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The Death Of Napoleon
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Patricia Clancy Simon Leys
The Death Of Napoleon by Patricia Clancy at Abbey's Bookshop,

The Death Of Napoleon

Patricia Clancy Simon Leys Simon Leys


NYRB Classics

Napoleonic War fiction


144 pages

$25.95  $22.85
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Ladies and gentlemen, alas! The Emperor is dead. The news from St Helena goes out across Europe, but in fact Napoleon has not died. By means of an ingenious escape, he has returned to the Continent, leaving an impersonator on St Helena, and it is this double who has unexpectedly and very problematically passed away. Traveling incognito, the emperor experiences a series of bizarre adventures that bring him face-to-face with the myth of Napoleon as it is disconcertingly played out in everyday life. After a visit to Waterloo and a near arrest at the French border, he eventually arrives in Paris, where he falls in with some veteran Bonapartists and visits an asylum where most of the inmates are labouring under the mistaken impression that they are he. Will Napoleon ever recapture his true identity? Who, in the end, is he, now that the Emperor is dead ? Simon Leys's truculent, delightful fable poses these and other questions in a rare work of fiction that is continually surprising and effervescent.

By:   Patricia Clancy, Simon Leys
Translated by:   Simon Leys
Imprint:   NYRB Classics
Country of Publication:   United States
Edition:   Main
Dimensions:   Height: 200mm,  Width: 11mm,  Spine: 129mm
Weight:   167g
ISBN:   9781590178423
ISBN 10:   1590178424
Pages:   144
Publication Date:   June 2015
Audience:   General/trade ,  ELT Advanced
Format:   Paperback
Publisher's Status:   Active

Simon Leys (1935-2014) was the pen name of Pierre Ryckmans, who was born in Belgium and settled in Australia in 1970. He taught Chinese literature at the Australian National University and was a professor of Chinese studies at the University of Sydney from 1987 to 1993. Leys's writing has appeared in The New York Review of Books, Le Monde, Le Figaro Litteraire, and other periodicals. Among his books are The Hall of Uselessness (NYRB Classics), Chinese Shadows, Other People's Thoughts, and The Wreck of the Batavia & Prosper. In 1996 he delivered the Australian Broadcasting Corporation's Boyer Lectures. His many awards include the Prix Renaudot, the Prix Femina, the Prix Guizot, and the Christina Stead Prize for Fiction. Patricia Clancy is a translator of French literature. She has received several translation prizes, including the British Independent Prize for Foreign Fiction for her co-translation of The Death of Napoleon and the Scott Moncrieff Prize for French Translation for her 1999 translation of The Dark Room at Longwood by Jean-Paul Kauffman.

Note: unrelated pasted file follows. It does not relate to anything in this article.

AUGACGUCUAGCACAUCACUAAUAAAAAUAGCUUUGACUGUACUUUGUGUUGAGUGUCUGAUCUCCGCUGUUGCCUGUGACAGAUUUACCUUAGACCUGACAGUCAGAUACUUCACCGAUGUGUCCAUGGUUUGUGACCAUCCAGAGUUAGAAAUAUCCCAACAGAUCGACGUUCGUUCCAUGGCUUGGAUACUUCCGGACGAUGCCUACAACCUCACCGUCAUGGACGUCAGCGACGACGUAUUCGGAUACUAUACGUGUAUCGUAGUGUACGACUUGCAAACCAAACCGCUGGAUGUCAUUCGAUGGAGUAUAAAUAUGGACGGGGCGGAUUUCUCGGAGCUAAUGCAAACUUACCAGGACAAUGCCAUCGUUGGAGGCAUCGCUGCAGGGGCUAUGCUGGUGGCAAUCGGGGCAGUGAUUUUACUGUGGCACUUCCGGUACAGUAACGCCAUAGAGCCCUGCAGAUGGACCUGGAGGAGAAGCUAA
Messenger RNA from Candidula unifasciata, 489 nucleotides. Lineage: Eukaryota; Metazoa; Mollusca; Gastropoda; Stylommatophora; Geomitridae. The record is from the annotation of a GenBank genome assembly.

I am glad to report that Simon Leys's The Death of Napoleon has one hell of an idea--the absurdity of trying to retrieve time or glory--and is written with the grace of a poem. --Edna O'Brien, The Sunday Times Entertaining and clever, this is a sweetening reminder of the ephemerality of great achievements--and by implication those of the not so great. -- Booklist Alternative enjoyable and at the same time, like all daydreaming, brings a sensation of guilt. But The Death of Napoleon is also a fable, and Simon Leys is an expert fabulist. --Penelope Fitzgerald, The New York Times Book Review An elegant and engaging piece of alternative history, gently tragic and wryly comic. --D. J. Enright, The Times Literary Supplement A small masterpiece. So much spirit, so much insolence, and so much emotion joined in so few pages overwhelmingly earn the reader's enthusiasm and praise. One closes the book regretfully, sincerely hoping that Simon Leys will not stop there. --Corinne Desportes, Le Magazine Litteraire Powerful, touching--and delightful, too--this invention of a post-Waterloo career led by Bonaparte--not on St. Helena. --Francis Steegmuller What a pleasure to read a real writer... The Death of Napoleon is utterly satisfying sentence by sentence and scene by scene, but it is also compulsively readable...By giving us a Napoleon who cannot find how to retrieve [his public] face, Simon Leys throws light on our universal need to bring inner and outer reality together, to understand who we really are. --Gabriel Josipovici, The Times Literary Supplement

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